Hagan CL, Wzorek JS, Kahne D (2015) Inhibition of the β-barrel assembly machine by a peptide that binds BamD. Proc Natl Acad Sci U S A 112(7):2011–2016. doi: 10.1073/pnas.1415955112CrossRefPubMedPubMedCentralGoogle Scholar
  24. 24.
    Richter SG, Elli D, Kim HK, Hendrickx AP, Sorg JA, Schneewind O, Missiakas D (2013) Small molecule inhibitor of lipoteichoic acid synthesis is an antibiotic for Gram-positive bacteria. Proc Natl Acad Sci U S A 110(9):3531–3536. doi: 10.1073/pnas.1217337110CrossRefPubMedPubMedCentralGoogle Scholar
  25. 25.
    Nayar AS, Dougherty TJ, Ferguson KE, Granger BA, McWilliams L, Stacey C, Leach LJ, Narita S, Tokuda H, Miller AA, Brown DG, McLeod SM (2015) Novel antibacterial targets and compounds revealed by a high-throughput cell wall reporter assay. J Bacteriol 197(10):1726–1734. doi: 10.1128/JB.02552-14CrossRefPubMedPubMedCentralGoogle Scholar
  26. 26.
    McLeod SM, Fleming PR, MacCormack K, McLaughlin RE, Whiteaker JD, Narita S, Mori M, Tokuda H, Miller AA (2015) Small-molecule inhibitors of gram-negative lipoprotein trafficking discovered by phenotypic screening. J Bacteriol 197(6):1075–1082. doi: 10.1128/JB.02352-14CrossRefPubMedPubMedCentralGoogle Scholar
  27. 27.
    Campbell J, Singh AK, Santa Maria Jr JP, Kim Y, Brown S, Swoboda JG, Mylonakis E, Wilkinson BJ, Walker S (2011) Synthetic lethal compound combinations reveal a fundamental connection between wall teichoic acid and peptidoglycan biosyntheses in Staphylococcus aureus. ACS Chem Biol 6(1):106–116. doi: 10.1021/cb100269fCrossRefPubMedPubMedCentralGoogle Scholar
  28. 28.
    Mann PA, Müller A, Xiao L, Pereira PM, Yang C, Ho Lee S, Wang H, Trzeciak J, Schneeweis J, Dos Santos MM, Murgolo N, She X, Gill C, Balibar CJ, Labroli M, Su J, Flattery A, Sherborne B, Maier R, Tan CM, Black T, Onder K, Kargman S, Monsma Jr FJ, Pinho MG, Schneider T, Roemer T (2013) Murgocil is a highly bioactive staphylococcal-specific inhibitor of the peptidoglycan glycosyltransferase enzyme MurG. ACS Chem Biol 8(11):2442–2451. doi: 10.1021/cb400487fCrossRefGoogle Scholar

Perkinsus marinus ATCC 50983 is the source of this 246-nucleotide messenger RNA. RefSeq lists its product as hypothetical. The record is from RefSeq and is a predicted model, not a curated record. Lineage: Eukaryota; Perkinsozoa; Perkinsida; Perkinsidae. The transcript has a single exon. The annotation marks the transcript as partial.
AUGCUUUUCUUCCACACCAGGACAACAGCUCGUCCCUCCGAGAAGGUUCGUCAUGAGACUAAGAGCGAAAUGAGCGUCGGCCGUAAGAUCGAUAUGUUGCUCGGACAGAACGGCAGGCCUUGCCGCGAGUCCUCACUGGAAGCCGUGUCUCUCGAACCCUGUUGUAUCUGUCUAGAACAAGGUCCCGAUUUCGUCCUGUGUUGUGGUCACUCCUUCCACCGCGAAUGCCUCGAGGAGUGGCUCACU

29. 29.
    Huber J, Donald RG, Lee SH, Jarantow LW, Salvatore MJ, Meng X, Painter R, Onishi RH, Occi J, Dorso K, Young K, Park YW, Skwish S, Szymonifka MJ, Waddell TS, Miesel L, Phillips JW, Roemer T (2009) Chemical genetic identification of peptidoglycan inhibitors potentiating carbapenem activity against methicillin-resistant Staphylococcus aureus. Chem Biol 16(8):837–848. doi: 10.1016/j.chembiol.2009.05.012CrossRefPubMedGoogle Scholar
  30. 30.
    Mott JE, Shaw BA, Smith JF, Bonin PD, Romero DL, Marotti KR, Miller AA (2008) Resistance mapping and mode of action of a novel class of antibacterial anthranilic acids: evidence for disruption of cell wall biosynthesis. J Antimicrob Chemother 62(4):720–729. doi: 10.1093/jac/dkn261CrossRefPubMedGoogle Scholar
  31. 31.
    Bouley R, Kumarasiri M, Peng Z, Otero LH, Song W, Suckow MA, Schroeder VA, Wolter WR, Lastochkin E, Antunes NT, Pi H, Vakulenko S, Hermoso JA, Chang M, Mobashery S (2015) Discovery of antibiotic (E)-3-(3-Carboxyphenyl)-2-(4-cyanostyryl)quinazolin-4(3H)-one. J Am Chem Soc 137(5):1738–1741. doi: 10.1021/jacs.5b00056CrossRefPubMedPubMedCentralGoogle Scholar
  32. 32.
    Lee SH, Wang H, Labroli M, Koseoglu S, Zuck P, Mayhood T, Gill C, Mann P, Sher X, Ha S, Yang SW, Mandal M, Yang C, Liang L, Tan Z, Tawa P, Hou Y, Kuvelkar R, DeVito K, Wen X, Xiao J, Batchlett M, Balibar CJ, Liu J, Xiao J, Murgolo N, Garlisi CG, Sheth PR, Flattery A, Su J, Tan C, Roemer T (2016) TarO-specific inhibitors of wall teichoic acid biosynthesis restore β-lactam efficacy against methicillin-resistant staphylococci. Sci Transl Med 8(329):329ra32. DOI:  10.1126/scitranslmed.aad7364.CrossRefPubMedGoogle Scholar
  33. 33.
    Swoboda JG, Meredith TC, Campbell J, Brown S, Suzuki T, Bollenbach T, Malhowski AJ, Kishony R, Gilmore MS, Walker S (2009) Discovery of a small molecule that blocks wall teichoic acid biosynthesis in Staphylococcus aureus. ACS Chem Biol 4(10):875–883. doi: 10.1021/cb900151kCrossRefPubMedPubMedCentralGoogle Scholar
  34. 34.